Time bar clauses – demurrage


Published: 17 March 2008

Outlining a recent court decision which is yet another reminder that time bar clauses in charterparties must be complied with in all details – even where an Owner may rightly consider the clause’s requirement.

Claims involving demurrage may run into considerable amounts of money and, although the preparation and presentation of a demurrage claim may seem to be a fairly routine clerical task, experience shows that time bar clauses continue to cause problems for owners.

Some might argue that a fairly large number of court decisions and arbitration awards have shown that time bar clauses and their requirements are to be strictly complied with, but cases nevertheless continue to appear.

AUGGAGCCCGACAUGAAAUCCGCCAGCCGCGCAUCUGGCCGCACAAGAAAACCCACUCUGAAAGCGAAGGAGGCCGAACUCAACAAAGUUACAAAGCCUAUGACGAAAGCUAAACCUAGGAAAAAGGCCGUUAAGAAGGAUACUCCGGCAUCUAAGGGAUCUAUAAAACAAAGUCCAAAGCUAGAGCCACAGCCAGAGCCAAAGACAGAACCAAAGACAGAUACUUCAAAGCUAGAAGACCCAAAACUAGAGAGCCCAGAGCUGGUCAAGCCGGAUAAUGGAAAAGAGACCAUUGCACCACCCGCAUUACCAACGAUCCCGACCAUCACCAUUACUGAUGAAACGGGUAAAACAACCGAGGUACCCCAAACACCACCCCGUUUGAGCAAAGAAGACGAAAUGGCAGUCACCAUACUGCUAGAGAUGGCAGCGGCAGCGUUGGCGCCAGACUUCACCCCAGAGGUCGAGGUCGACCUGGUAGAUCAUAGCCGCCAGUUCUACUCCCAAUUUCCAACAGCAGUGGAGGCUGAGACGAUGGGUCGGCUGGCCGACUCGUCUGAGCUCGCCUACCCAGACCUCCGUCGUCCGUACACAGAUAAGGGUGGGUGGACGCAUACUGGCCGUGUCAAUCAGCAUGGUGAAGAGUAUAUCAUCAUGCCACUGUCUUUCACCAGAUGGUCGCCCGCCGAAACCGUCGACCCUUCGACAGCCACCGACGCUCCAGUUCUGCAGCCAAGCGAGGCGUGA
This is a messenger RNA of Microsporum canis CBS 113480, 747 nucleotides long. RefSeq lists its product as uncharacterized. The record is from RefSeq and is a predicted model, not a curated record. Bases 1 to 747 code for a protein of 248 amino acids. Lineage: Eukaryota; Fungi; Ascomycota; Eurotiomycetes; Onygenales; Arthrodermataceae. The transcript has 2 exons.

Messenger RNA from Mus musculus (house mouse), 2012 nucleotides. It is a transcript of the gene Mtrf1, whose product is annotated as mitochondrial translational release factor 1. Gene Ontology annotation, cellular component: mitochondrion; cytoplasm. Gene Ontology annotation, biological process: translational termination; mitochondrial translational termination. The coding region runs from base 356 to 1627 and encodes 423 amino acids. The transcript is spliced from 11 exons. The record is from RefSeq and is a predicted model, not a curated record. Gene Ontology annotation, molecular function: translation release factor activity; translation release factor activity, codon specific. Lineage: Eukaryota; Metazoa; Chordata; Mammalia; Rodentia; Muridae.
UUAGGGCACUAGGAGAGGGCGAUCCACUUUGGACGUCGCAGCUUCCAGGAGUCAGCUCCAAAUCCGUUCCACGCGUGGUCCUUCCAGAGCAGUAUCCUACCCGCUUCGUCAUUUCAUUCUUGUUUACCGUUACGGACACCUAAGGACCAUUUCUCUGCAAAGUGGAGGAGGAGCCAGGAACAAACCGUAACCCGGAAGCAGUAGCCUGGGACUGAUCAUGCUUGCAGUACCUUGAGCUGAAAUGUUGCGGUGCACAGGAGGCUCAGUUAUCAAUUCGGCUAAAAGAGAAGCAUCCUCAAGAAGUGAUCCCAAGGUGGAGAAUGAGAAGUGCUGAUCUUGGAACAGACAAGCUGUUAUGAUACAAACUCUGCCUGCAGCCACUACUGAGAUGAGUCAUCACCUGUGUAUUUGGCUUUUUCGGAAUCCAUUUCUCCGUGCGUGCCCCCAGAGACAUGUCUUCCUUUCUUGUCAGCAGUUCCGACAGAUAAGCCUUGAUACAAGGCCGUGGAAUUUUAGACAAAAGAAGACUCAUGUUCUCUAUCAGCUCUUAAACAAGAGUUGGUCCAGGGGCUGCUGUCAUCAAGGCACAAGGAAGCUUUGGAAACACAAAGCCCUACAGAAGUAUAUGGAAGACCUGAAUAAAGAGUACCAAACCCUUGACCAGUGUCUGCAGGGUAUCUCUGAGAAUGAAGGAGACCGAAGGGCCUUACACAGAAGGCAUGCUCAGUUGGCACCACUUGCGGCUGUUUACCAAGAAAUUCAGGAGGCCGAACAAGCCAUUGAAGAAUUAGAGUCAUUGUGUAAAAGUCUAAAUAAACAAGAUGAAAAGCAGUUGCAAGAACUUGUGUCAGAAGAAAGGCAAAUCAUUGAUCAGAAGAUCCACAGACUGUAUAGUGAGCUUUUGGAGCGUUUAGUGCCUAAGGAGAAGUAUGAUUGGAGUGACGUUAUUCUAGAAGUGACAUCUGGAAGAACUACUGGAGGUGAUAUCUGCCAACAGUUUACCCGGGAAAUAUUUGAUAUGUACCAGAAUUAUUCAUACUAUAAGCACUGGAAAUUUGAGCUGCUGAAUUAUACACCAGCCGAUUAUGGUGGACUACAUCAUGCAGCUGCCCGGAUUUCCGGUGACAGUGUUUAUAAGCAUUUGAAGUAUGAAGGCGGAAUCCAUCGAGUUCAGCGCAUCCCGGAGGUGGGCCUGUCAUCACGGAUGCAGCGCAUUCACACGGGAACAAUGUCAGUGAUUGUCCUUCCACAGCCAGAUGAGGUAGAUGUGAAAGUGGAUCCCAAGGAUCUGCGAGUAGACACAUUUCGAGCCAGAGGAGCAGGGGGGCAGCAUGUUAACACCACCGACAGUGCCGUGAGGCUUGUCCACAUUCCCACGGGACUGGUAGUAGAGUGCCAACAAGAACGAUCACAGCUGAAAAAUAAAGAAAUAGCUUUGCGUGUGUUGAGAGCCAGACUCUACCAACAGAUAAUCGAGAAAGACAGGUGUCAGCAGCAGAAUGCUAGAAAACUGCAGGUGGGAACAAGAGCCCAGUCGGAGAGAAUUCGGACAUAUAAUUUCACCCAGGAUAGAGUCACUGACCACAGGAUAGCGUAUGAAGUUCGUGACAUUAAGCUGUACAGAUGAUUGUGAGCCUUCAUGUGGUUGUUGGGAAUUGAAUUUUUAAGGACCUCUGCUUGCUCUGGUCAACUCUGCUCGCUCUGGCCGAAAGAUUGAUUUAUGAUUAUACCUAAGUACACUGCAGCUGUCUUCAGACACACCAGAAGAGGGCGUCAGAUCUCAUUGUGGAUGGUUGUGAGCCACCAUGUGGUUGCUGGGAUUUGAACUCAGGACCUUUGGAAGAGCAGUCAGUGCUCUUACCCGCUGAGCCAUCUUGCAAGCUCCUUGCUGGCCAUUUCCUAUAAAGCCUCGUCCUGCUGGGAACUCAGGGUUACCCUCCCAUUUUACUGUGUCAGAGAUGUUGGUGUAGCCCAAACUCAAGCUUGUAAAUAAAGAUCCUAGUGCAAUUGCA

Demurrage time bar clauses appear both in preprinted C/P forms (such as Shellvoy 5 and Beepeevoy 3) and can also be found in specific rider clauses. (Sometimes a time bar clause will even be found “hidden” within the text of a more general time bar clause covering more than just demurrage.)

A recent London court decision concerning the “SABREWING” concerned clause 16 in the Beepeevoy 3 form. This clause requires owners to maintain a certain average discharge pressure and, if the receiving terminal facilities are unable to accept discharge within the agreed time or at the agreed discharge pressure, the vessel must present the receiving terminal with a note of protest etc. The clause specifically stipulates that “charterers will not consider any claim by owners for additional time used in the foregoing circumstances in the absence of the provision by owners” of certain documentation which is listed as hourly pumping log (required to be signed by responsible officer of the vessel and a terminal or charterers’ representative), copies of all Notes of Protest and copies of any other documentation generated by the vessel or by the shore receiving terminal relevant to the discharge.